Shrub tips to help you in ’17
Q. I bought a shrub this fall when it was on clearance. It’s still in the garage! Can I still plant it?
Pat from Canfield
A. Well, it depends on the type of shrub, the shrub’s condition, the size of the root ball, your planting scheme and the winter weather.
Deciduous shrubs – ones that go dormant and lose their leaves in the fall – are the easiest to deal with when you want to plant during winter months.
Most likely, a deciduous shrub is dormant and is just fine to plant outside.
The only warning sign would be the buds on the shrub breaking due to a warm garage. Anything that has broken dormancy should stay inside and will be difficult to keep alive.
Watering in the garage will be most important, as most container-grown shrubs are grown in potting mix. Thus, they can dry out quickly. Keep the soil moist, but not wet. If you use a saucer under the pot, empty it a few minutes after watering.
If it is an evergreen shrub and has been living in your garage, it may not be hardened off completely or it may have dried out already.
Evergreens need consistent water since they are always losing water at a high rate due to metabolic processes.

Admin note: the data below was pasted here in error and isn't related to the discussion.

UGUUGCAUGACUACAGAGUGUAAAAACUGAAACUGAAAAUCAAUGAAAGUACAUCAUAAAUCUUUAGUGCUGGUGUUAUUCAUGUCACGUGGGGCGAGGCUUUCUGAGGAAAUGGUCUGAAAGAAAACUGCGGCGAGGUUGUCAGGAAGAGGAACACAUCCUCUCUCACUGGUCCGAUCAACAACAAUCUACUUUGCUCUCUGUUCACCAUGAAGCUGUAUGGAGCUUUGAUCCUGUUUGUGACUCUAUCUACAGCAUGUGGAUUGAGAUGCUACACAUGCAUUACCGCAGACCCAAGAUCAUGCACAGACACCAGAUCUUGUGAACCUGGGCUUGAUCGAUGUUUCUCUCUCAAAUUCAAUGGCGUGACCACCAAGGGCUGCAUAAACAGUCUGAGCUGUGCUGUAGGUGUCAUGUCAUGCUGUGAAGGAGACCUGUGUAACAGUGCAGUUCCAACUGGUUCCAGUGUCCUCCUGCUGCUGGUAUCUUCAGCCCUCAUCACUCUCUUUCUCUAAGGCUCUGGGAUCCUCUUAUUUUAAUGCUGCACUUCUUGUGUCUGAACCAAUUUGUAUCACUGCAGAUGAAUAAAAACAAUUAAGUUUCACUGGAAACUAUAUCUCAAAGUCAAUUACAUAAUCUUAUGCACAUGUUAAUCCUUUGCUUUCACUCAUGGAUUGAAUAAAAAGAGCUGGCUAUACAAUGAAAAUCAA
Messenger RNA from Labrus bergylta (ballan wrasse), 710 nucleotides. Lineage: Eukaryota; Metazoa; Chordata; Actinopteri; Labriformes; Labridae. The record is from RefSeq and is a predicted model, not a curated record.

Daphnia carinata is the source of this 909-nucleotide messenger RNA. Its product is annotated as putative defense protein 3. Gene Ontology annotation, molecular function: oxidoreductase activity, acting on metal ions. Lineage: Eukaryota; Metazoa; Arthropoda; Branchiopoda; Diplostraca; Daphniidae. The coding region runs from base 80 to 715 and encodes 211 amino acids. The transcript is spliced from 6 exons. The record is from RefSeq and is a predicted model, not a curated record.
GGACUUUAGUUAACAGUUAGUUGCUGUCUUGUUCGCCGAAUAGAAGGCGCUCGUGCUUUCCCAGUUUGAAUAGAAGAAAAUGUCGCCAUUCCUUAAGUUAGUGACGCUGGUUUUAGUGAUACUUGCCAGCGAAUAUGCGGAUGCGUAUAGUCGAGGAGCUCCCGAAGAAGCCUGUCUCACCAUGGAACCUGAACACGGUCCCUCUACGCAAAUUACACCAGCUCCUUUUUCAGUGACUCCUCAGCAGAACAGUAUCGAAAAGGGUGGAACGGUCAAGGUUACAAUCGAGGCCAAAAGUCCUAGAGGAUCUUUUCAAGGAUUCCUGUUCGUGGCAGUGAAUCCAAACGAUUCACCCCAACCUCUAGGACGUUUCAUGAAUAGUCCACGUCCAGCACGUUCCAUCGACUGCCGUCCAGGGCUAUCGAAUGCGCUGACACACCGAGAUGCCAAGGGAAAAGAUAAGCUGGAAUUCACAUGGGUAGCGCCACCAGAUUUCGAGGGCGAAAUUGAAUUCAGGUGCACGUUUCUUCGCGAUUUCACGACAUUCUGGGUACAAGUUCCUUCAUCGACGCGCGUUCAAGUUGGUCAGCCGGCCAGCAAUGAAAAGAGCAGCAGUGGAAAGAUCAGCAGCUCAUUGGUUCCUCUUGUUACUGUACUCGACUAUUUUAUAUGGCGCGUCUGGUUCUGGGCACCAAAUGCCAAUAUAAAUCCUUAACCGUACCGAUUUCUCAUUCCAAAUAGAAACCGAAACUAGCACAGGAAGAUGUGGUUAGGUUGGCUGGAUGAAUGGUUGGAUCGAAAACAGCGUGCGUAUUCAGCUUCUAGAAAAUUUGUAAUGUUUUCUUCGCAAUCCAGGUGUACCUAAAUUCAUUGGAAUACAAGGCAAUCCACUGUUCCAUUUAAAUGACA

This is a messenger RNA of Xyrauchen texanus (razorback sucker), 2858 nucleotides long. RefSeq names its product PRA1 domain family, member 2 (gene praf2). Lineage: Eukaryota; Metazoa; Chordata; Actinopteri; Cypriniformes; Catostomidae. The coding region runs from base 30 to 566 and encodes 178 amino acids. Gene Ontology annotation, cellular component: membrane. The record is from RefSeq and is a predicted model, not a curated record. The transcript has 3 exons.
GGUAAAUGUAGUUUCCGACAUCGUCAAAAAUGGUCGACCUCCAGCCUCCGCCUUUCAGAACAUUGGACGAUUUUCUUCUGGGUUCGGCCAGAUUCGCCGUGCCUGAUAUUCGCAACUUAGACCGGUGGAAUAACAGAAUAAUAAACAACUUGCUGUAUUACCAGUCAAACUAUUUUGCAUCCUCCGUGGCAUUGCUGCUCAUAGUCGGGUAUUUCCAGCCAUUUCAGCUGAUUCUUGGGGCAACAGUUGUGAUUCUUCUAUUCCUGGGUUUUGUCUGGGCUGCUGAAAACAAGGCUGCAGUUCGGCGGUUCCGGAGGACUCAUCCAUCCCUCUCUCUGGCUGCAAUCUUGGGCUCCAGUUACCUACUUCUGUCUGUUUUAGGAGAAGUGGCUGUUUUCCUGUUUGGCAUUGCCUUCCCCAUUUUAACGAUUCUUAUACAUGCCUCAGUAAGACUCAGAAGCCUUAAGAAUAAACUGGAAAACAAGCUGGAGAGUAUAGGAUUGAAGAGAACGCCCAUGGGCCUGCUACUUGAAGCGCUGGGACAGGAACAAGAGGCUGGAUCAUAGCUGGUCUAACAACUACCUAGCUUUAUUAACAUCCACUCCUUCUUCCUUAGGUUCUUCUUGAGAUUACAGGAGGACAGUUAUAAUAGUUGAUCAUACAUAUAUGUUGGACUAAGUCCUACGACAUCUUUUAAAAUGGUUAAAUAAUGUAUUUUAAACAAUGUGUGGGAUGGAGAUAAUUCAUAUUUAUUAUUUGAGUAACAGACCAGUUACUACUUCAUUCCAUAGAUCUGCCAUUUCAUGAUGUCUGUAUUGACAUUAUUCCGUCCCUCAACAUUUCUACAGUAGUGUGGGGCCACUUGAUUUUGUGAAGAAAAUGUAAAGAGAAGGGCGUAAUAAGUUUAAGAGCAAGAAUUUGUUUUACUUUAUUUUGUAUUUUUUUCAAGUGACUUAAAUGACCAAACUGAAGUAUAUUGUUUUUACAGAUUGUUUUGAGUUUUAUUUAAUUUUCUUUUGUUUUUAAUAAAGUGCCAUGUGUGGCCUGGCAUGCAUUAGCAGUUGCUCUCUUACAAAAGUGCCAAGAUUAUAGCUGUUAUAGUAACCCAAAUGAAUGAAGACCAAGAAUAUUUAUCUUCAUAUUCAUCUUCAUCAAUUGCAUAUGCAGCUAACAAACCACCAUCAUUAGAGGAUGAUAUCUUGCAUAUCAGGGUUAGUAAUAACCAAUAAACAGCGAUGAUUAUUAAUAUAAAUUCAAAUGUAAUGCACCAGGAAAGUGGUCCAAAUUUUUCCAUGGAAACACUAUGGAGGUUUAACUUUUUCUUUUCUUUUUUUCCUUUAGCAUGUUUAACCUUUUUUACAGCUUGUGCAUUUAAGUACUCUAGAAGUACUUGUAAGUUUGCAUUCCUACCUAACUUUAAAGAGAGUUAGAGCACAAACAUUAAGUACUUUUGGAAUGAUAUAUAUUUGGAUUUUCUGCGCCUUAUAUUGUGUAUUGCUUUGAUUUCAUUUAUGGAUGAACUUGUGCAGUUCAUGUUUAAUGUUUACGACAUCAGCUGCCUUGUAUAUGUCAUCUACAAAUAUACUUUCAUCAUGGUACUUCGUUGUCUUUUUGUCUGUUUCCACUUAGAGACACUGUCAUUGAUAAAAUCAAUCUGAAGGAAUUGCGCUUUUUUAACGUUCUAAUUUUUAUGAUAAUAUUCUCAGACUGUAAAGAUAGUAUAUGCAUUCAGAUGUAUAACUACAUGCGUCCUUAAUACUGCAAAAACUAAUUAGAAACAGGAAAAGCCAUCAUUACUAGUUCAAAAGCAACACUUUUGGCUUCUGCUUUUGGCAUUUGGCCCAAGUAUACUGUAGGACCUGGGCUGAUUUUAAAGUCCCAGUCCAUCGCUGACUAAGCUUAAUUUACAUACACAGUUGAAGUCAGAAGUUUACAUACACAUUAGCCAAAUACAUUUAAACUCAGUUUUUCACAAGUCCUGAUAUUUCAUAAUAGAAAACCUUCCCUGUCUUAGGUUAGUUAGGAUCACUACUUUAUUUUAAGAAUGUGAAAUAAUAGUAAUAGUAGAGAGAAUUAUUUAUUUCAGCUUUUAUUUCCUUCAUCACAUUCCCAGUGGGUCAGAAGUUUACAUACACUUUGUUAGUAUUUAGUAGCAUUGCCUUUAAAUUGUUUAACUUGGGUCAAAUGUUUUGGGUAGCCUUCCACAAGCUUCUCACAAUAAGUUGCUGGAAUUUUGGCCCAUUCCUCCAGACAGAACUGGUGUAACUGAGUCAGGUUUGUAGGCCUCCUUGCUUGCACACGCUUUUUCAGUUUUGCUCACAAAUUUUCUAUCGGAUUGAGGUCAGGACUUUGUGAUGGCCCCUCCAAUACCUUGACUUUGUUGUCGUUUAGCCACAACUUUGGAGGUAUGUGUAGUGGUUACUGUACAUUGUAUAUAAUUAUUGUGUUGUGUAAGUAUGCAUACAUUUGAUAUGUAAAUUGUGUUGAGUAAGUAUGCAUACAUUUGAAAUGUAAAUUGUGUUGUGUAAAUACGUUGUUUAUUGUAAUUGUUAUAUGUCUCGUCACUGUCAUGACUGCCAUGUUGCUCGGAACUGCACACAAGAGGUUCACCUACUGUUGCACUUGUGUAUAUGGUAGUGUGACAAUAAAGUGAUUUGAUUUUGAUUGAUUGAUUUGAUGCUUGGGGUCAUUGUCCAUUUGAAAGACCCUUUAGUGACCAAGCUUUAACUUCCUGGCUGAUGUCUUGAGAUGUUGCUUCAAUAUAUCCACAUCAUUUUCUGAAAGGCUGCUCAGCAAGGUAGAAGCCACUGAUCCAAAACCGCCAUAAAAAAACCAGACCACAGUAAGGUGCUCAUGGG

If you feel the shrub has not broken dormancy, you can make plans to plant it as long as you are able to dig a hole.
Ensure the hole is three times the width of the root ball. Backfill the hole with the native soil you removed.
If needed, use a bucket of water to help the soil settle. Use existing mulch or a new bag to mulch the area well (3 inches to 4 inches thick). Mulch will act as insulation, allowing the root ball to adapt to the soil temperatures and the soil to settle more until the ground freezes in the planting area.
If you are unsure about planting, do what you can to keep the plant moist in the garage.
Water just a little to ensure the roots do not dry out. Do not water them on a schedule or allow them to sit in water.
When spring comes, plant them outside. Mulch them well to keep the soil temperature even throughout the area.
Another option is to place the shrub (pot and all) in a protected area outdoors.
Dig a small hole to drop the pot into for added insulation and pile on mulch in the area with leaves (or other mulch) to insulate the roots for winter survival.
For evergreens, you should provide some winter protection such as burlap as an extra precaution. This will prevent desiccating winds from drying out the plant.
Eric Barrett is OSU Extension educator for agriculture and natural resources in Mahoning County. Winter hours for the Plant and Pest Diagnostic Clinic vary. Submit questions to the clinic at 330-533-5538 or drop samples off to the OSU Extension Office in Canfield. Hours vary throughout the winter season.